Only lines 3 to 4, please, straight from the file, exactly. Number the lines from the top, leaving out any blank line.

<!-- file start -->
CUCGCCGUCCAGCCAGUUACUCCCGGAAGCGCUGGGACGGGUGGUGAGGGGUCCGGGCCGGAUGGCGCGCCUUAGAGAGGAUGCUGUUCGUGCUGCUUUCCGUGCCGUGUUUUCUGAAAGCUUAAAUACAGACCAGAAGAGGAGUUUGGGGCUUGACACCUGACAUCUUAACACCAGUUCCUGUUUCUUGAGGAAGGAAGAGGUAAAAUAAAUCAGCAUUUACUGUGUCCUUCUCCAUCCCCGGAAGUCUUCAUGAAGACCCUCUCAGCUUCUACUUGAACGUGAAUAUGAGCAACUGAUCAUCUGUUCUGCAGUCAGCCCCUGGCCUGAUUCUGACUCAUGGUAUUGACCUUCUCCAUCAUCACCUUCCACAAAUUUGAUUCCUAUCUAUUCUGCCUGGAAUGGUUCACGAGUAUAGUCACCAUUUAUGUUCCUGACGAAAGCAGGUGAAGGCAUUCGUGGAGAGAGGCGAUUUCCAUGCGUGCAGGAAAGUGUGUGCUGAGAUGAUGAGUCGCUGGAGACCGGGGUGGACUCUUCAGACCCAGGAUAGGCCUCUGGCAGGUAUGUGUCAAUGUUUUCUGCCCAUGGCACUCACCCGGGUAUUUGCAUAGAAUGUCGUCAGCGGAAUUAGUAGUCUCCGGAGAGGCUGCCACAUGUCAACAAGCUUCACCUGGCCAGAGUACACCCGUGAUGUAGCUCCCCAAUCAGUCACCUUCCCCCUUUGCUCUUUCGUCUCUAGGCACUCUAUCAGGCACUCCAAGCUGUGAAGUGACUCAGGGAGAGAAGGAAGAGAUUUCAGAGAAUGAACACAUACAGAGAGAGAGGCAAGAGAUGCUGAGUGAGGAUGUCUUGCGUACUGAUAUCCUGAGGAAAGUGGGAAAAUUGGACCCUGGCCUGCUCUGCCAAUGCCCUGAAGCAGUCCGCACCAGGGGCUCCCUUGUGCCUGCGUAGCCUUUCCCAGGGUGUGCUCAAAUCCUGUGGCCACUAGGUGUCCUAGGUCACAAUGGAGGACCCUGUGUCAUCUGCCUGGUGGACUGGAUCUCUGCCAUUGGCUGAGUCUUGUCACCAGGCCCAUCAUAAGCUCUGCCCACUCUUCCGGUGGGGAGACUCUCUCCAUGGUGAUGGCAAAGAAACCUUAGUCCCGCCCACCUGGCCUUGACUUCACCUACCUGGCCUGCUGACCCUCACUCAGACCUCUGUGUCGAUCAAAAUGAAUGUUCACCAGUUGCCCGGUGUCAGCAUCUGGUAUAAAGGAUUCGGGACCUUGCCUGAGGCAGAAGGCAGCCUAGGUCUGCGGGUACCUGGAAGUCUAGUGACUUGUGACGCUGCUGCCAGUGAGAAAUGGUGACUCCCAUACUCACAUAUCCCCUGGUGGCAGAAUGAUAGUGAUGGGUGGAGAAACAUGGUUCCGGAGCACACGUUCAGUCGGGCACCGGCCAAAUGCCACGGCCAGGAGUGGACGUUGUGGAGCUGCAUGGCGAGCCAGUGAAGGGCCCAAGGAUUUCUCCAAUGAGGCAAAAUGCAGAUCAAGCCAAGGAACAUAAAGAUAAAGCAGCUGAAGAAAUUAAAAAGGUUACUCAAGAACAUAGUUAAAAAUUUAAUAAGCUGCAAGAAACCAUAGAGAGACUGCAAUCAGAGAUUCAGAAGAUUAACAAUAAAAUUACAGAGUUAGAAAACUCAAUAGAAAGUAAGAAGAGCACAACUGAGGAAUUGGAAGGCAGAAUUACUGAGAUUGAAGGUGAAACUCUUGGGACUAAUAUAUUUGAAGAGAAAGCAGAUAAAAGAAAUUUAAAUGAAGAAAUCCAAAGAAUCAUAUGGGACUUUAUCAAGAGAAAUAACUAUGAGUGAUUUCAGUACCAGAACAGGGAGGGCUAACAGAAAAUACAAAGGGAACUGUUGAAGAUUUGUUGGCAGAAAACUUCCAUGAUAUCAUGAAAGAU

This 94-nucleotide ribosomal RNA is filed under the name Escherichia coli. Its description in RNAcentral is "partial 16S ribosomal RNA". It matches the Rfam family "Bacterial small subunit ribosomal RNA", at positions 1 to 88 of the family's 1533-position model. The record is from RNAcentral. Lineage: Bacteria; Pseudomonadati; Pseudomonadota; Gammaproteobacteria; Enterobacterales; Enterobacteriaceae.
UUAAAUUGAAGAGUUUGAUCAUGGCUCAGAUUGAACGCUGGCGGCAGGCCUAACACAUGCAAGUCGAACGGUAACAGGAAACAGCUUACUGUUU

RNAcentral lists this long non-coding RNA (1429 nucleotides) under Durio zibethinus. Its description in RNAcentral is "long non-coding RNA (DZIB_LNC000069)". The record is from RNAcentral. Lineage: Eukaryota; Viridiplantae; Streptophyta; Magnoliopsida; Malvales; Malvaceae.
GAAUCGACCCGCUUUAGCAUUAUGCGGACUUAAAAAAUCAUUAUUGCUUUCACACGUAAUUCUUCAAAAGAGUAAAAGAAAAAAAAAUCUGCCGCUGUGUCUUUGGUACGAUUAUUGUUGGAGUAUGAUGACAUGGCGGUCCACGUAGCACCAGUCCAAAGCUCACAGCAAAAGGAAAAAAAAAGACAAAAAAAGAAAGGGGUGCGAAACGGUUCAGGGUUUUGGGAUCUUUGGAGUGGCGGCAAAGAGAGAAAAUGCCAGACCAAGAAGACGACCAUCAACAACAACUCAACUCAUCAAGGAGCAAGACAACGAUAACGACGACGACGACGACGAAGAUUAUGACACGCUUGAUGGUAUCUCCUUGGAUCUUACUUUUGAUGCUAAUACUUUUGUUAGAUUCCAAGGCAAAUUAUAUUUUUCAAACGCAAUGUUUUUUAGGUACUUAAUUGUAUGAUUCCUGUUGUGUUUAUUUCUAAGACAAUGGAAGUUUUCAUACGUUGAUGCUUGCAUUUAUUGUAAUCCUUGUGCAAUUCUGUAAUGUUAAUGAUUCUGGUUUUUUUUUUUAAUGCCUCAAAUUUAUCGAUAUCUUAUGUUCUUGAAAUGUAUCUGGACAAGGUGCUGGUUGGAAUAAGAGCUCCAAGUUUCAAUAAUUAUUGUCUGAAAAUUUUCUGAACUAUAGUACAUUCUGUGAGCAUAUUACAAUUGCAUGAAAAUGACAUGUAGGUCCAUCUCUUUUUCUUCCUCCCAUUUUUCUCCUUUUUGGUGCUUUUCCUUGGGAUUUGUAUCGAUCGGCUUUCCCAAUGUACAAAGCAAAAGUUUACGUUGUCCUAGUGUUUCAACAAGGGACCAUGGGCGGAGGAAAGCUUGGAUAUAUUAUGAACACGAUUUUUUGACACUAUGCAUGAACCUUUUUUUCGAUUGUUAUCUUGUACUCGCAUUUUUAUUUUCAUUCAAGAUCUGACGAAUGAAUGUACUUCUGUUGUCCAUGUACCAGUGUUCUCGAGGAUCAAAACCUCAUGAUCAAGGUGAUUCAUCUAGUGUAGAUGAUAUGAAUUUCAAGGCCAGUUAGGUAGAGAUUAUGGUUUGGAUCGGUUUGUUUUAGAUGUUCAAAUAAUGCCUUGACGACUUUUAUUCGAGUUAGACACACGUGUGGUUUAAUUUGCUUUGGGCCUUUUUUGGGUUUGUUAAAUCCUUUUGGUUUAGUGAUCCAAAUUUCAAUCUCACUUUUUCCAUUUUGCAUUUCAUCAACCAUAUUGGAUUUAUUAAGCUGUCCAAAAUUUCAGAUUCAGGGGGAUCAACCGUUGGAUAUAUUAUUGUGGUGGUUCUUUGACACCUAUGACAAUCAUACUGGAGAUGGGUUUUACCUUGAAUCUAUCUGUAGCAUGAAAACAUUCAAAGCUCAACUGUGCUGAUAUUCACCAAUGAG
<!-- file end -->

UUAAAUUGAAGAGUUUGAUCAUGGCUCAGAUUGAACGCUGGCGGCAGGCCUAACACAUGCAAGUCGAACGGUAACAGGAAACAGCUUACUGUUU

RNAcentral lists this long non-coding RNA (1429 nucleotides) under Durio zibethinus. Its description in RNAcentral is "long non-coding RNA (DZIB_LNC000069)". The record is from RNAcentral. Lineage: Eukaryota; Viridiplantae; Streptophyta; Magnoliopsida; Malvales; Malvaceae.